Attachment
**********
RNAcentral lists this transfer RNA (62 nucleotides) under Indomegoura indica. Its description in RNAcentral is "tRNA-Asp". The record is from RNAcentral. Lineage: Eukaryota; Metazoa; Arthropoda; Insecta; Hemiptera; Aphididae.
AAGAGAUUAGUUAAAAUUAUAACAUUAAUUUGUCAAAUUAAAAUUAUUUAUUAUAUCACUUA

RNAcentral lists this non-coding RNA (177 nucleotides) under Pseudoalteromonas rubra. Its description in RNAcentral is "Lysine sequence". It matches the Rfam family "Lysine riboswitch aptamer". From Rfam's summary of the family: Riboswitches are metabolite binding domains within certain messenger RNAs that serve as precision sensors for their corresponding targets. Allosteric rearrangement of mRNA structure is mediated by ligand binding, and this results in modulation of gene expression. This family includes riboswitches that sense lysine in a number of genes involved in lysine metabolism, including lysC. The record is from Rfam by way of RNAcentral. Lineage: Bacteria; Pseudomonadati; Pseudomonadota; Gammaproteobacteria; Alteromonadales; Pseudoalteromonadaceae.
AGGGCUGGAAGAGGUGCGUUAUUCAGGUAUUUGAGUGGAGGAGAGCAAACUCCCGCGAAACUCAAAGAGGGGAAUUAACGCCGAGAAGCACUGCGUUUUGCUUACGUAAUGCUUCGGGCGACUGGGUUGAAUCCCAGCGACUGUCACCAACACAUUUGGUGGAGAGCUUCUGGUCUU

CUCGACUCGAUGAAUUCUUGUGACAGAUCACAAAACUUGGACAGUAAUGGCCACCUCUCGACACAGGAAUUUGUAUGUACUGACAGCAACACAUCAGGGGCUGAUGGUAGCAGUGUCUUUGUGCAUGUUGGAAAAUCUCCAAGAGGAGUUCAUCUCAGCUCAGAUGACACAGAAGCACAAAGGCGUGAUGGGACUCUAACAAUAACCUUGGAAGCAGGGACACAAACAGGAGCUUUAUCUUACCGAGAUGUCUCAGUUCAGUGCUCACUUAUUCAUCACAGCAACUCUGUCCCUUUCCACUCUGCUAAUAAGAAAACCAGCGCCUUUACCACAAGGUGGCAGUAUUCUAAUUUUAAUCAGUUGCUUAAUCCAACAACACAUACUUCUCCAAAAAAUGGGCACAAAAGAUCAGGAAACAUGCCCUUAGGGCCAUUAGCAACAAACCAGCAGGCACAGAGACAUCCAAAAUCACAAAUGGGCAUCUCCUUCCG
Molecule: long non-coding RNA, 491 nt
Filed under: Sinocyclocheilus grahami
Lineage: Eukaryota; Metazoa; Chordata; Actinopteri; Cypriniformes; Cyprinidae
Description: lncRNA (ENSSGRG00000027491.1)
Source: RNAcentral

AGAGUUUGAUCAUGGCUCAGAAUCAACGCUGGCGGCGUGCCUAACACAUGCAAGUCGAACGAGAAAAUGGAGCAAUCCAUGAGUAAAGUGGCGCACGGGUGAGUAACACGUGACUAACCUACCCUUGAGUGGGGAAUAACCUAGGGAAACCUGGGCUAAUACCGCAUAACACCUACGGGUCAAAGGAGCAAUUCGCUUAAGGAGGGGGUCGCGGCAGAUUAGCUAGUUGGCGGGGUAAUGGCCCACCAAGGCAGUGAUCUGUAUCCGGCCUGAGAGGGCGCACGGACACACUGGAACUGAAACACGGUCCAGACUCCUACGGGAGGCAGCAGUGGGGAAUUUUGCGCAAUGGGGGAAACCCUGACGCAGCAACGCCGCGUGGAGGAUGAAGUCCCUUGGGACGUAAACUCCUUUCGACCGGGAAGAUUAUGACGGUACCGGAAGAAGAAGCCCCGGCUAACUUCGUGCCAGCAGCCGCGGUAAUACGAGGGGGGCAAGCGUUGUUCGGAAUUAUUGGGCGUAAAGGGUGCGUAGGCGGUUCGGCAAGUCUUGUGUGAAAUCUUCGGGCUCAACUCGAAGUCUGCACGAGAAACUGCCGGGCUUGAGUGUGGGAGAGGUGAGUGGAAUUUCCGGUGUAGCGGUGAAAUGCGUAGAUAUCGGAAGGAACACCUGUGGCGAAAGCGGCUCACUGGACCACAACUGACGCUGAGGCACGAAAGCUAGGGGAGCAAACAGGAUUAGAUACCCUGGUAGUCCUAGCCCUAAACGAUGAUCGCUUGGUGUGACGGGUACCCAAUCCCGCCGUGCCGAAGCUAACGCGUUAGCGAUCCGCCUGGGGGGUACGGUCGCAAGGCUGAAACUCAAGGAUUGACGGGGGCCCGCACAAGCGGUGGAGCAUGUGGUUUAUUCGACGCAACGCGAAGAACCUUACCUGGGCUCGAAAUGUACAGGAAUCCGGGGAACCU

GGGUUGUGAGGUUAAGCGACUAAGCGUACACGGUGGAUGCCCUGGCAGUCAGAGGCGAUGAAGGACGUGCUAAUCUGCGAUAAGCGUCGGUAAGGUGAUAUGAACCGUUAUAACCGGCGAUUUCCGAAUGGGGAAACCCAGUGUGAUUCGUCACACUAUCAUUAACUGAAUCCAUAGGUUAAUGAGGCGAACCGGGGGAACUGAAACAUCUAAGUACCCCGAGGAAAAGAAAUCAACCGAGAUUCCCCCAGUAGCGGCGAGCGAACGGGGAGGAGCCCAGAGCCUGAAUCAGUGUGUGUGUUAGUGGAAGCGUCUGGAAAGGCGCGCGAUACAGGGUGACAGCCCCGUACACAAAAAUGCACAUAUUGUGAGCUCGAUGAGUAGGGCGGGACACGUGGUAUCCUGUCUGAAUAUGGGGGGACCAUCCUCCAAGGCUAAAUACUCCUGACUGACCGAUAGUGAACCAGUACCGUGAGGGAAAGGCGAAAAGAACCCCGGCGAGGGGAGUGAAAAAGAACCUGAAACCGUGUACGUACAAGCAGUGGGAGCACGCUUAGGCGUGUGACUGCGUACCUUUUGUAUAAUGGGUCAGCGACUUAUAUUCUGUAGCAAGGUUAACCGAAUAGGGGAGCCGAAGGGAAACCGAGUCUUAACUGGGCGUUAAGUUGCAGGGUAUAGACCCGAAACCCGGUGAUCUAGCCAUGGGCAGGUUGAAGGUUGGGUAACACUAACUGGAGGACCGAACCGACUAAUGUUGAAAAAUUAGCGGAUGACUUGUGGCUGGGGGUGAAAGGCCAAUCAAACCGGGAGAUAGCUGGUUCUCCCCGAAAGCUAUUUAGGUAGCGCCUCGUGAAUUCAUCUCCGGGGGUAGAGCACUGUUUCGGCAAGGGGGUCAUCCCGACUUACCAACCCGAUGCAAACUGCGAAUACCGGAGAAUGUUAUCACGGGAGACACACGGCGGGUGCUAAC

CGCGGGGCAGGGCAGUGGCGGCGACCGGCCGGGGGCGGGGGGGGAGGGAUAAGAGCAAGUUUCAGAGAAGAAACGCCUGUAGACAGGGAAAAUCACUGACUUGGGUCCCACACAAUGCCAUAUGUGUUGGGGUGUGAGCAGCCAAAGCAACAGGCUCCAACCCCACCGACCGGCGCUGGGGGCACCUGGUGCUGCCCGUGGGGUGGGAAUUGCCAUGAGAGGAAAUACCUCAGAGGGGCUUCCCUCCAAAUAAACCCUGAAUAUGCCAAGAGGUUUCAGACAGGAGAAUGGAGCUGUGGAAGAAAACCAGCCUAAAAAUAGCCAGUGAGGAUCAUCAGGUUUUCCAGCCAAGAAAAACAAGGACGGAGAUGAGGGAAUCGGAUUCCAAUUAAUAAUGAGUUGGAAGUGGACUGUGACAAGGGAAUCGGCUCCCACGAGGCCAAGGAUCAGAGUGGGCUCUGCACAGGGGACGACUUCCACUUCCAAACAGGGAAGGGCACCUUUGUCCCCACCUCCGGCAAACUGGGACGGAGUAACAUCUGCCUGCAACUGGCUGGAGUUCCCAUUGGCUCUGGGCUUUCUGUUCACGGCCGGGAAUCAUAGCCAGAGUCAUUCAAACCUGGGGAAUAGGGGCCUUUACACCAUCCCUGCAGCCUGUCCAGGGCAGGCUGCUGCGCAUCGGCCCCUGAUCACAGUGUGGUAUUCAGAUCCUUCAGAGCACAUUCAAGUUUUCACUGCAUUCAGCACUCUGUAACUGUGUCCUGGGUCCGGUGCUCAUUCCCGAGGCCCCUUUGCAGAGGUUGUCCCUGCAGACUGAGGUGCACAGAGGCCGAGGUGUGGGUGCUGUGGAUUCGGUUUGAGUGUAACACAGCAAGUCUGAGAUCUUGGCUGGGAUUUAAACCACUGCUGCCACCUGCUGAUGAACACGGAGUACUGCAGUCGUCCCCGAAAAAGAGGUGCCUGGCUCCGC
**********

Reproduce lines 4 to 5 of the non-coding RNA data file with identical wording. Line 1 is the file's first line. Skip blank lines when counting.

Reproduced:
AGGGCUGGAAGAGGUGCGUUAUUCAGGUAUUUGAGUGGAGGAGAGCAAACUCCCGCGAAACUCAAAGAGGGGAAUUAACGCCGAGAAGCACUGCGUUUUGCUUACGUAAUGCUUCGGGCGACUGGGUUGAAUCCCAGCGACUGUCACCAACACAUUUGGUGGAGAGCUUCUGGUCUU

CUCGACUCGAUGAAUUCUUGUGACAGAUCACAAAACUUGGACAGUAAUGGCCACCUCUCGACACAGGAAUUUGUAUGUACUGACAGCAACACAUCAGGGGCUGAUGGUAGCAGUGUCUUUGUGCAUGUUGGAAAAUCUCCAAGAGGAGUUCAUCUCAGCUCAGAUGACACAGAAGCACAAAGGCGUGAUGGGACUCUAACAAUAACCUUGGAAGCAGGGACACAAACAGGAGCUUUAUCUUACCGAGAUGUCUCAGUUCAGUGCUCACUUAUUCAUCACAGCAACUCUGUCCCUUUCCACUCUGCUAAUAAGAAAACCAGCGCCUUUACCACAAGGUGGCAGUAUUCUAAUUUUAAUCAGUUGCUUAAUCCAACAACACAUACUUCUCCAAAAAAUGGGCACAAAAGAUCAGGAAACAUGCCCUUAGGGCCAUUAGCAACAAACCAGCAGGCACAGAGACAUCCAAAAUCACAAAUGGGCAUCUCCUUCCG